Monday, April 5, 2010

Finding a Good Editor

By: Barbara Ardinger  (please see Barbara's bio at end of article)

A friend and I were talking about books a few days ago. With me, that’s not unusual: I’m always surrounded by books. When I’m not editing potential books, I’m reading novels. My friend and I write book reviews for both print and electronic media, and what came up in our recent conversation was the fact that we’re seeing more and more books published by print-on-demand and vanity presses. What we’re seeing in these books are lousy production values. I told her I had recently declined reviewing a book that the author had obviously just pulled out of her printer and taken (I guess) to Kinko’s. It was double-spaced and lacked even a single page number. And it was filled with typos and usage errors. “I’m seeing a lot of books I think are really unfinished,” I said. “Authors who use ‘it’s’ for the possessive. Whose subjects and verbs don’t agree. Who can’t punctuate dialogue correctly.” “For sure,” said my friend. “And semicolons where there should be commas. Unintentional sentence fragments. Colons in the middle of a sentence.” We both chuckled. “Why don’t more authors read The Elements of Style?” I asked. Her reply: “People who can type seem to think that’s all it takes to write a book. Sometimes they don’t even know they need help.”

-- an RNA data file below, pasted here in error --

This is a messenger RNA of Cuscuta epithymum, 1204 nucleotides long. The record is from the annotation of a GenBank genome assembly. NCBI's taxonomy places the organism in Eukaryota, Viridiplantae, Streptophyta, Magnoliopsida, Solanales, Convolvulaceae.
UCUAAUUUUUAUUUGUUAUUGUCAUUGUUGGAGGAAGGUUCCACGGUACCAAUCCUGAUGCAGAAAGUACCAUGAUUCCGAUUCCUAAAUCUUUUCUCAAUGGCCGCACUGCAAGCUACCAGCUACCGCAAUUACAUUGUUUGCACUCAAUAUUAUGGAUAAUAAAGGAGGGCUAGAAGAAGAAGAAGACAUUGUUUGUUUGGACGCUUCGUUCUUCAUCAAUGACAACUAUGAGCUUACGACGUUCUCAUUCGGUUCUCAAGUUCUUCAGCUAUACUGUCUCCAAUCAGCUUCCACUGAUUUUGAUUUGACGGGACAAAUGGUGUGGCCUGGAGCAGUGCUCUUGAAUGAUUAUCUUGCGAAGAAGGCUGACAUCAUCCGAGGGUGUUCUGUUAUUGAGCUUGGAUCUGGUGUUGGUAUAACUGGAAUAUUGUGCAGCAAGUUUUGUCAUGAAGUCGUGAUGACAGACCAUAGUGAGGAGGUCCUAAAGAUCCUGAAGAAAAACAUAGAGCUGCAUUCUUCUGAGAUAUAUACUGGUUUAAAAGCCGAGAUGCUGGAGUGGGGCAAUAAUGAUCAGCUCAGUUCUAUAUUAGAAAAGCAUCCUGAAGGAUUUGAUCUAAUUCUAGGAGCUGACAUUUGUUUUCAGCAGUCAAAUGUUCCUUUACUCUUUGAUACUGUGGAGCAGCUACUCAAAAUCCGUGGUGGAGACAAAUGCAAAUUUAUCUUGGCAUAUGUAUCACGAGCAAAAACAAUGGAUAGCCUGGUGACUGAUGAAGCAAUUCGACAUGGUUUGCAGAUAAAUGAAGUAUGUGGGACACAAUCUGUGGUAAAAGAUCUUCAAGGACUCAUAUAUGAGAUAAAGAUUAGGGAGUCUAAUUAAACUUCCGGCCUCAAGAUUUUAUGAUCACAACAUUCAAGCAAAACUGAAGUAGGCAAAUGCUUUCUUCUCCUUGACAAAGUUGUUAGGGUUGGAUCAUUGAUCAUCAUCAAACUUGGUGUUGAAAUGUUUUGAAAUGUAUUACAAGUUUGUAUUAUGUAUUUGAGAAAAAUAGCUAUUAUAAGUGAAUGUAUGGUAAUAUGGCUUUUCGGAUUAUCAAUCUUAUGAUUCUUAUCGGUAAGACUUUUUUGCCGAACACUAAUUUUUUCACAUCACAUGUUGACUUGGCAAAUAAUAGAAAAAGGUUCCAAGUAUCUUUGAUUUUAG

We were not, alas, just complaining to be complaining. We’re both seeing diminished editing. So let me state what I know to be true. Inexperienced authors seem not to know what good editing is. But it’s not always their fault. Some traditional publishers, who are interested only in making money, have zero interest in good writing. And I’d swear they’re hiring sophomores as editors. When they make changes that introduce errors into a book—this has happened to me and many of my friends—such editors are not helping the author Some of the on-demand presses and very small presses do offer editing services, but they’re almost always both expensive and insufficient. I’ve done editing for print-on-demand presses, so I know they often hire people they call “evaluators” (who have responded to those “earn big money at home” Internet ads) to edit manuscripts. The publisher gives the evaluator a handy checklist and instructions to “follow the rules.” That’s what they call editing.

So what’s an inexperienced author to do? Here are a few things you need to know about finding a good editor: